In the light of war veterans losing face and children growing up in a masochistic society, Sankei's assertion that today's Japanese are the true victims of these debates has one thing right: contemporary citizens are indeed the victims of these debates, as the country inexorably spirals into what is widely known as Japan's rekishi mondai (history problem).

To Yasukuni or not to Yasukuni?
Thus, we are left with the thorny problem of political symbolism: to Yasukuni or not to Yasukuni--what is a Prime Minister to do? The actions of former Prime Ministers Junichiro Koizumi and Shinzo Abe offer us some insight. Koizumi, embattled for nearly five years due to his regular and public visits to the shrine, got more outrage from the international community (namely Taiwan and South Korea) than he gained in support from his Right Wing constituencies. Abe took a different approach. Well aware of the dangers of another public visit and already on a slippery slope toward resignation (which Japan's leadership has a predisposition for), he opted instead for a visit in a "private capacity." Abe shrewdly visited the shrine off the government clock, much to the chagrin of Japan's Right Wing--the very group that propelled him into Koizumi's cabinet and then propped him up as Koizumi's successor.

Fukuda, an established foreign policy dove, has done neither. In fact, he hasn't done anything and is likely to keep it that way. The decision to visit the shrine clearly rests on the priorities of the Prime Minister--forced to strike a balance between party politics and foreign diplomacy. No clear-cut answer exists, and as long as Japan continues to tiptoe around a constructive discussion of its future (as defined by its past), the administration of Japan will continue to be burdened by this unrelenting political tightrope walk.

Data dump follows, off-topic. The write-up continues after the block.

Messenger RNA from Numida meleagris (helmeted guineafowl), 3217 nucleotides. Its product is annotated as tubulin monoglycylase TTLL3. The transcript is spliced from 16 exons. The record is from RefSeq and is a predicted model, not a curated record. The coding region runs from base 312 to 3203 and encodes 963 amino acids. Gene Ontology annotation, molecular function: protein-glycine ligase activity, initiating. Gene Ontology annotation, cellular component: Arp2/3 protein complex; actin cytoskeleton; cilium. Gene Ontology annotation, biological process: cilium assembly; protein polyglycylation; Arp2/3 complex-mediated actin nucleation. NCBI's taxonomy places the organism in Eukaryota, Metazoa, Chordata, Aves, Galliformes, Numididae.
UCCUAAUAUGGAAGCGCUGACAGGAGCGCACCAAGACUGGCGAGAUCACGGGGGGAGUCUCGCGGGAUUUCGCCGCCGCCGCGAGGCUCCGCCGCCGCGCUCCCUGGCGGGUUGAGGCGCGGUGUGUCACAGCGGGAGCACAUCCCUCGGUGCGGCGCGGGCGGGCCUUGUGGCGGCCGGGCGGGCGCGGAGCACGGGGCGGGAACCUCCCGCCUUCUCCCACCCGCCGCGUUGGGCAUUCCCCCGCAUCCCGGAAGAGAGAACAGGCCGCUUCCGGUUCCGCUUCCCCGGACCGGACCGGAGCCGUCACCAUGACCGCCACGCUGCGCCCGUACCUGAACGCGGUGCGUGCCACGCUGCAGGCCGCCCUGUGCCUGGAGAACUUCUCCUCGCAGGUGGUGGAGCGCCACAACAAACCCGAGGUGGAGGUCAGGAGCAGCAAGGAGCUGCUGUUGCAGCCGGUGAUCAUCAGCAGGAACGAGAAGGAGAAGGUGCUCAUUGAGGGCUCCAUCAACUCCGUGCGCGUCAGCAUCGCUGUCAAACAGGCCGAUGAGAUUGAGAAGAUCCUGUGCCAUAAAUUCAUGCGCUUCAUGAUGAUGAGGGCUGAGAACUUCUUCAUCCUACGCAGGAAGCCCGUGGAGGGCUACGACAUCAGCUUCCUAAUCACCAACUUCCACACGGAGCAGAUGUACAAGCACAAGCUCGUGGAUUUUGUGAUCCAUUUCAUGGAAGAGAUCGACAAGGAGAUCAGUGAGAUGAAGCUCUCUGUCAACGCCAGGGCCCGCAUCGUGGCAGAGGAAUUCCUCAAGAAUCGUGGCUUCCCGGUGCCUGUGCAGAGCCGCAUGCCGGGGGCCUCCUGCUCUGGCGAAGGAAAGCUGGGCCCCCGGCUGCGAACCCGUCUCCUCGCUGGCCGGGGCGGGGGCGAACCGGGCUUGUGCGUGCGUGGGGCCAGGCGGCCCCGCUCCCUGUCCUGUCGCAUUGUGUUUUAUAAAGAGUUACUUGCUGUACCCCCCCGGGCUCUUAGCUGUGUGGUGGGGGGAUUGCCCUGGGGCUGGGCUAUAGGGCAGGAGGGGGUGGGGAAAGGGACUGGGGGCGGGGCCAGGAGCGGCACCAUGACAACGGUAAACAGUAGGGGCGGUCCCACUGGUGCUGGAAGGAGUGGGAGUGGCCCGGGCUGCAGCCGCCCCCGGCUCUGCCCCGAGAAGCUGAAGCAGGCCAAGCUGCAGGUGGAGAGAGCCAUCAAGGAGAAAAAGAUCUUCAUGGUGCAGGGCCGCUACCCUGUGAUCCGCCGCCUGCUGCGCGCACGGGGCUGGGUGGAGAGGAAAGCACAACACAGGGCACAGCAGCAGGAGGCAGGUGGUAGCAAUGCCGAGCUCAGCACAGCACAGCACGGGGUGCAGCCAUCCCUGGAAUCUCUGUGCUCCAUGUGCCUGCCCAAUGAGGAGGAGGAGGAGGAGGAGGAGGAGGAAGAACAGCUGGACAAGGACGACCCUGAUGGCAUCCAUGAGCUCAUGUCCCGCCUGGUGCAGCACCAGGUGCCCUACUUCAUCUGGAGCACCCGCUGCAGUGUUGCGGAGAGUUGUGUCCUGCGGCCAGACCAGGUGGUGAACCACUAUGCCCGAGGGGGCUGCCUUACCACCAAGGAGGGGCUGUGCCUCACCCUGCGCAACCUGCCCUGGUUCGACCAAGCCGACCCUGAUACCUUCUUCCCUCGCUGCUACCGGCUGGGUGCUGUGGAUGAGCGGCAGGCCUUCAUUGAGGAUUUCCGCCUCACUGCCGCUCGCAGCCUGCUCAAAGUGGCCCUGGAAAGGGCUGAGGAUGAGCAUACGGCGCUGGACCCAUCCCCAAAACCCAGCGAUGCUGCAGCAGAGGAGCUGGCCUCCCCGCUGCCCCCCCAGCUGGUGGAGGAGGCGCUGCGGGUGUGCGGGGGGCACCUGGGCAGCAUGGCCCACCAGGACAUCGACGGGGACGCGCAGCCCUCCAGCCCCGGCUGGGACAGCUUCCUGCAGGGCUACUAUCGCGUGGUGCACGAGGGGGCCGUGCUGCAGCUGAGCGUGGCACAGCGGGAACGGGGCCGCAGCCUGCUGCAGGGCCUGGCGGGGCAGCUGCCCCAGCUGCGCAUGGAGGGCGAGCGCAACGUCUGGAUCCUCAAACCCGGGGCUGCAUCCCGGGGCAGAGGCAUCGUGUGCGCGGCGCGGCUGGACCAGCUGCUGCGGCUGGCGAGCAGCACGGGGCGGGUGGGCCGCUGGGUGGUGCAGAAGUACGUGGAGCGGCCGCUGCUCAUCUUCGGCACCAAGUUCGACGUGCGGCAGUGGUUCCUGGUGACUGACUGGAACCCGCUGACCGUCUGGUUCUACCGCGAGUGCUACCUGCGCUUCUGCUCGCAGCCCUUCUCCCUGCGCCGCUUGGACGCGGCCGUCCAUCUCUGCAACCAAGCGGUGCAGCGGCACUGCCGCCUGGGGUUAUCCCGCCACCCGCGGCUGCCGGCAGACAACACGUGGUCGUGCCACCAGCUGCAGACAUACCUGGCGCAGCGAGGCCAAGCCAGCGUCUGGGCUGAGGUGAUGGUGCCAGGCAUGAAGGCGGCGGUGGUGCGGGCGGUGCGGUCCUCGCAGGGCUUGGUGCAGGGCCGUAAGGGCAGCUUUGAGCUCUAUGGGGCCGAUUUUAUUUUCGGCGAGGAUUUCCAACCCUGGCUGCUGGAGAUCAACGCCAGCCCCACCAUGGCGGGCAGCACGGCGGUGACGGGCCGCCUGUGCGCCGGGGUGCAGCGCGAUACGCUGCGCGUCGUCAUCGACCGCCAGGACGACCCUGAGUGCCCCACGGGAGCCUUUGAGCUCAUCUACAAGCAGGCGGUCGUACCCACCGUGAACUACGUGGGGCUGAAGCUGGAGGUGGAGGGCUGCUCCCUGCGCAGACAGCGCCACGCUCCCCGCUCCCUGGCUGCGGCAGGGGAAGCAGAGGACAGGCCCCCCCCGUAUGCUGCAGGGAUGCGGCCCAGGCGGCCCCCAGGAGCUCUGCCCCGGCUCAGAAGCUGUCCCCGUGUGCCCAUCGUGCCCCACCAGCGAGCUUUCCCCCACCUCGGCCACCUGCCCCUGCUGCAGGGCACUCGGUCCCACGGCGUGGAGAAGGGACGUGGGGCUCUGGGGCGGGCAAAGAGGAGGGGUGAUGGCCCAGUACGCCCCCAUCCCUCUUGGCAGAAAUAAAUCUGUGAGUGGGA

Toward a proud nation?
What, then, does the story of Yasukuni tell us? Above all else, the story of Yasukuni has come to represent the enduring debate in Japan over pride--both national and individual. This issue, essentially the crux of the debate over collective guilt, has taken many forms throughout the postwar era: textbooks in the '60s, comfort women (a euphemism for women forced into the sexual servitude of the Japanese Imperial army during the Pacific War) in the '90s and, today, Yasukuni.

Should the next generation of Japanese, detached from the memories of the Pacific War, be fostered in an environment of a "masochistic history" devoid of pride, as the Right Wing fears, or should they be forced to bear witness to the misdeeds of Japan's past in order to forge a new, "post-postwar" Japan? This is the essence of the war on history being waged by Japan's intellectual community, one that has without a doubt spilled beyond academic circles and into public life, mass media and the international presses.

If the historian Howard Zinn's mantra of "history as power" remains relevant today, then Japanese intellectuals--beginning with the media--must take the lead in fostering an environment for debate that will unify Japan for the struggles ahead: post-keiretsu economic reform, a declining population, a faltering US alliance and the ever-shifting geopolitical terrain of the Pacific Rim. This stagnant debate is and will remain the greatest hindrance to Japan's effort to move out of the shadows of its past in order to set a new course for the 21st century.